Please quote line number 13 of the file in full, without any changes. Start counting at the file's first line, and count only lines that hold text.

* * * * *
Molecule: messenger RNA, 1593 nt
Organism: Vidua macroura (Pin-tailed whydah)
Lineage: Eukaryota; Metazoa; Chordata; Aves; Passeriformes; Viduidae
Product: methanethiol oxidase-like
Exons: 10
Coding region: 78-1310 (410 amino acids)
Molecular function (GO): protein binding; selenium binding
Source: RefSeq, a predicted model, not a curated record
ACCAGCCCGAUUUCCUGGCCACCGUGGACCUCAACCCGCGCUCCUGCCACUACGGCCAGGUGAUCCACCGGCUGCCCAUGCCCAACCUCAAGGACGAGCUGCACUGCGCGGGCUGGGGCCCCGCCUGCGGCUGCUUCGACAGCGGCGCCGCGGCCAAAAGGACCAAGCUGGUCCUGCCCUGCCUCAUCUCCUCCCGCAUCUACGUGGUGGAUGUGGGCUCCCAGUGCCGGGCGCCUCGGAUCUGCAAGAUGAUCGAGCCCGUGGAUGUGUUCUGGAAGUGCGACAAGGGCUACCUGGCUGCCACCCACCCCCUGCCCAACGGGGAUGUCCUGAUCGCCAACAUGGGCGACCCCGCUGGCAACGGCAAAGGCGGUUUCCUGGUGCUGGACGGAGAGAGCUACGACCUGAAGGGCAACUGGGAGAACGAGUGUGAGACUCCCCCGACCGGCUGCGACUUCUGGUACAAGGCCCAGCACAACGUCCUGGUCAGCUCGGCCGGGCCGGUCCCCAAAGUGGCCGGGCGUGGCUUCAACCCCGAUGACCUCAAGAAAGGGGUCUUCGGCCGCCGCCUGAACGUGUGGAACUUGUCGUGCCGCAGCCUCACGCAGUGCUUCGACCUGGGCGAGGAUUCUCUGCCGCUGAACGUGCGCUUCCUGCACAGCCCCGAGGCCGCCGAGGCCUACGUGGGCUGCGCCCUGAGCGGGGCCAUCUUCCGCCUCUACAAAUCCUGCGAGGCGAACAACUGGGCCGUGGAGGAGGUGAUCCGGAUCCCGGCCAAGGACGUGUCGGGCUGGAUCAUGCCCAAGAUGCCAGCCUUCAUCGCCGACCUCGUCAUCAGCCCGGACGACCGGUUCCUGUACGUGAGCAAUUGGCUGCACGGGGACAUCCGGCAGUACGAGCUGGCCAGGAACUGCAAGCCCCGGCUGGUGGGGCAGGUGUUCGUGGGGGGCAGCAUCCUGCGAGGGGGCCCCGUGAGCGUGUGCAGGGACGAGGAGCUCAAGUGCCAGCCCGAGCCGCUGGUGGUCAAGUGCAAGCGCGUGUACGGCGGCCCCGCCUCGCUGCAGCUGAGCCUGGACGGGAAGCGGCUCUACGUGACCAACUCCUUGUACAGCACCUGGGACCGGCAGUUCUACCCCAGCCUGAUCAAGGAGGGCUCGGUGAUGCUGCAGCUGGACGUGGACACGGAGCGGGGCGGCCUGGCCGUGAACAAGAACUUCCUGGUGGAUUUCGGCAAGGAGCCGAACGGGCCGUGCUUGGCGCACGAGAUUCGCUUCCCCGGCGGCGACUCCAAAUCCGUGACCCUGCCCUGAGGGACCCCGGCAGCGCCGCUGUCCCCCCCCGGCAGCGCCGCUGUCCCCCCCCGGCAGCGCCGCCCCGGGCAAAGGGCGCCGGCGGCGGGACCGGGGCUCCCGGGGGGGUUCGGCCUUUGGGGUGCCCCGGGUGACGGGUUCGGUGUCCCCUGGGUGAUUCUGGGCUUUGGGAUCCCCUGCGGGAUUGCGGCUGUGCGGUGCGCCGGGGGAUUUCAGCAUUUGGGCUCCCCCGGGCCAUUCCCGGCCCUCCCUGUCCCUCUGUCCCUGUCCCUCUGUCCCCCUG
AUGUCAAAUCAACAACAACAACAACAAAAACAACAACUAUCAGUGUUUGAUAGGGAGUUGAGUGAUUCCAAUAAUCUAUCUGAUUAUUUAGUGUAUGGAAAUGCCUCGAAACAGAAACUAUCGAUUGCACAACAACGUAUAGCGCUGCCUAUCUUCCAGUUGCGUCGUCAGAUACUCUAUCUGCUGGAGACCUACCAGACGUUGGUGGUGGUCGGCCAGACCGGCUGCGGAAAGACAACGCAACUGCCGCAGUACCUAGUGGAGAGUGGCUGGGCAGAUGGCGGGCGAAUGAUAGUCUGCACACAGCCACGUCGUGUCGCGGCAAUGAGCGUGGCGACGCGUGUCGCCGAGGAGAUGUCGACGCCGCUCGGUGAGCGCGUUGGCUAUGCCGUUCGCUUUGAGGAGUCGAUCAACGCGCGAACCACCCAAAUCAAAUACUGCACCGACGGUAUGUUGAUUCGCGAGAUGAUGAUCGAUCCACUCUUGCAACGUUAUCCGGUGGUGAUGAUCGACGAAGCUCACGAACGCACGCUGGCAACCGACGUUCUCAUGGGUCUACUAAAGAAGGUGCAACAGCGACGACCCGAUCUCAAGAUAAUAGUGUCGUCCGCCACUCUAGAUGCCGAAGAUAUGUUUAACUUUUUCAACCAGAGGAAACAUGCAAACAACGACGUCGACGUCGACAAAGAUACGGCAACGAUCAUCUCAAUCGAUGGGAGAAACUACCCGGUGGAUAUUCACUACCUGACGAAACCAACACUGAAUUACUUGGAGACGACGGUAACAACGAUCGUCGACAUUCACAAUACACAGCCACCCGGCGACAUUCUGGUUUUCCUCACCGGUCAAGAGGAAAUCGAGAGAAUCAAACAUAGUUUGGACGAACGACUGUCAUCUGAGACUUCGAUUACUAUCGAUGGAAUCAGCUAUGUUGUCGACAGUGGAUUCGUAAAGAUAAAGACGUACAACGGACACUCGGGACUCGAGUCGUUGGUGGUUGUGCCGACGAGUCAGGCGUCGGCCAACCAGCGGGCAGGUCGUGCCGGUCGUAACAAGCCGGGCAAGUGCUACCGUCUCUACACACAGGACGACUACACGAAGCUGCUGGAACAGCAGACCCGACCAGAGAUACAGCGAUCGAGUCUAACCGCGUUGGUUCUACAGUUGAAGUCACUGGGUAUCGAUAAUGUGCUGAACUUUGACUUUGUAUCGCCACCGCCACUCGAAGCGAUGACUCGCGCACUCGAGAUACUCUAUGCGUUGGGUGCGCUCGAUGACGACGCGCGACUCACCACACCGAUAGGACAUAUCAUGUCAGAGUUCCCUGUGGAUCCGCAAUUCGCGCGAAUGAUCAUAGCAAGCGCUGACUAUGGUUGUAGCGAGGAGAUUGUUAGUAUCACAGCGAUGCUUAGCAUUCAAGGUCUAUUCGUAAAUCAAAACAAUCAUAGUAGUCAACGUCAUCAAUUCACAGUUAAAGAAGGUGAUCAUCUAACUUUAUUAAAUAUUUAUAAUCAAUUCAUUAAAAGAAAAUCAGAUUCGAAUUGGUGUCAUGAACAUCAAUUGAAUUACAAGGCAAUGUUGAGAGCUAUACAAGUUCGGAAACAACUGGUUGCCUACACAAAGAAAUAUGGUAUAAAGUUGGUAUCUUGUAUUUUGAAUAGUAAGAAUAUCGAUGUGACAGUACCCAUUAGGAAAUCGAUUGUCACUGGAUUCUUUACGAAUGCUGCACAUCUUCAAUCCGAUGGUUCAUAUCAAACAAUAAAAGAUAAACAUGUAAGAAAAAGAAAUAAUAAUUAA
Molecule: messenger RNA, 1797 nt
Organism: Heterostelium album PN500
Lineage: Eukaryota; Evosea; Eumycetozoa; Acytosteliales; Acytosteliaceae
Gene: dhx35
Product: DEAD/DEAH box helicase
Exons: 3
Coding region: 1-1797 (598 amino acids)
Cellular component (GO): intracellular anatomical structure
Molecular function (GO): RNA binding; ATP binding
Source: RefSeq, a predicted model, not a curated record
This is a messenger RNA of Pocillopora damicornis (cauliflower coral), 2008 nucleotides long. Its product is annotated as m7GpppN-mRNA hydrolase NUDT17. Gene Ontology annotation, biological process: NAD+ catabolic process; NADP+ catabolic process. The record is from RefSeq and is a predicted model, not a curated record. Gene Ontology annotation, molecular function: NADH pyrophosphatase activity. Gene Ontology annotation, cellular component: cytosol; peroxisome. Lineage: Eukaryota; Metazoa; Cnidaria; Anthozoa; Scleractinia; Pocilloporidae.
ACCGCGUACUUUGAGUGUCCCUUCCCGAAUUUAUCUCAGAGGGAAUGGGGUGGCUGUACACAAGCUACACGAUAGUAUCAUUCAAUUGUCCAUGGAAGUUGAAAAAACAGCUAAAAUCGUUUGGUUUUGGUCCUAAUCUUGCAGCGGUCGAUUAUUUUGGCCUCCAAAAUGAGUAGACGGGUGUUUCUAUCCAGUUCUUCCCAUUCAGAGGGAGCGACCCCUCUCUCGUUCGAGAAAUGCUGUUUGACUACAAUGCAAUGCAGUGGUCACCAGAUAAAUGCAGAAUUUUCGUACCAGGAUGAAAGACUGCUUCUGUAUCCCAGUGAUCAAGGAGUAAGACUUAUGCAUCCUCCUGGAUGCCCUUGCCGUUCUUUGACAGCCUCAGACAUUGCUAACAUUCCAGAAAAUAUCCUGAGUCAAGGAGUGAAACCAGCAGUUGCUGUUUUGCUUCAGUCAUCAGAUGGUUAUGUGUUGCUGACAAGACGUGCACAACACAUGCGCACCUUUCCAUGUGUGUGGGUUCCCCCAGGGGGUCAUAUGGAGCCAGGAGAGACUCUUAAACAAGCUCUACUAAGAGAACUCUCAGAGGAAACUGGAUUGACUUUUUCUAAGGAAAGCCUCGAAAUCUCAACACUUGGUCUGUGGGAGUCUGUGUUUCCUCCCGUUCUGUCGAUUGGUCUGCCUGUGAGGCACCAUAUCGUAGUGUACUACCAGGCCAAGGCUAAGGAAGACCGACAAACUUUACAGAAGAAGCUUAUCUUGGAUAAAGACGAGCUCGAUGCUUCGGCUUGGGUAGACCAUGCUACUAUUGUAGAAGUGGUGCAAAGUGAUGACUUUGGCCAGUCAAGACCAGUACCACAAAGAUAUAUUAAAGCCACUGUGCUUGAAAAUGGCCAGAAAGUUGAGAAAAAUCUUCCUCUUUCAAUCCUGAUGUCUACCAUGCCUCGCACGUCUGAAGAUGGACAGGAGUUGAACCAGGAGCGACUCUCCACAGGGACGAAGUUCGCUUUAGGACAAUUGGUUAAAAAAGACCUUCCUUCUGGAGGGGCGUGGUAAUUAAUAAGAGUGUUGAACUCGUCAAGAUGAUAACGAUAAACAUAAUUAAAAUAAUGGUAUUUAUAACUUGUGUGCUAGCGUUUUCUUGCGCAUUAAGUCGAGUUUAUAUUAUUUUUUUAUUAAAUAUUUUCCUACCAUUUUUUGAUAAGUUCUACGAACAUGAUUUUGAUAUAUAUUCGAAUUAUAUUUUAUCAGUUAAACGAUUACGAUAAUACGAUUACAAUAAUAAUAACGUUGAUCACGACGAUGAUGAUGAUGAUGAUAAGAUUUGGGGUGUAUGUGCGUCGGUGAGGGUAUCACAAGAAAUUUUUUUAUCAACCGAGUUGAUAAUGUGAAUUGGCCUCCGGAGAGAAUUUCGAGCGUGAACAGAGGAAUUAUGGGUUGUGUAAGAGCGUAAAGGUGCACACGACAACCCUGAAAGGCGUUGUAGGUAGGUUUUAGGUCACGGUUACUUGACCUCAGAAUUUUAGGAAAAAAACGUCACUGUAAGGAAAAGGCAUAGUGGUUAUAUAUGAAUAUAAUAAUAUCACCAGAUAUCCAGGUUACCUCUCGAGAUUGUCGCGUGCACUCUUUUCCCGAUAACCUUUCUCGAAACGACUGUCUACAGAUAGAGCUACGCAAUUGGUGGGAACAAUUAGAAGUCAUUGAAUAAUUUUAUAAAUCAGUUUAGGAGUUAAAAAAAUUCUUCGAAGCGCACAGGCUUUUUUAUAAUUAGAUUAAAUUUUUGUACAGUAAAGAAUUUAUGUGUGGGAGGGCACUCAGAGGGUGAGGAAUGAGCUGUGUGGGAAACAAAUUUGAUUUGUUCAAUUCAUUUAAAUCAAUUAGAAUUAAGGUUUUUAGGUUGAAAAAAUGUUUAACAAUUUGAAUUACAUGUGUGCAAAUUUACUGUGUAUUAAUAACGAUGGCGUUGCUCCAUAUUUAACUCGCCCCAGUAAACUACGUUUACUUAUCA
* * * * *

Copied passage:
Lineage: Eukaryota; Evosea; Eumycetozoa; Acytosteliales; Acytosteliaceae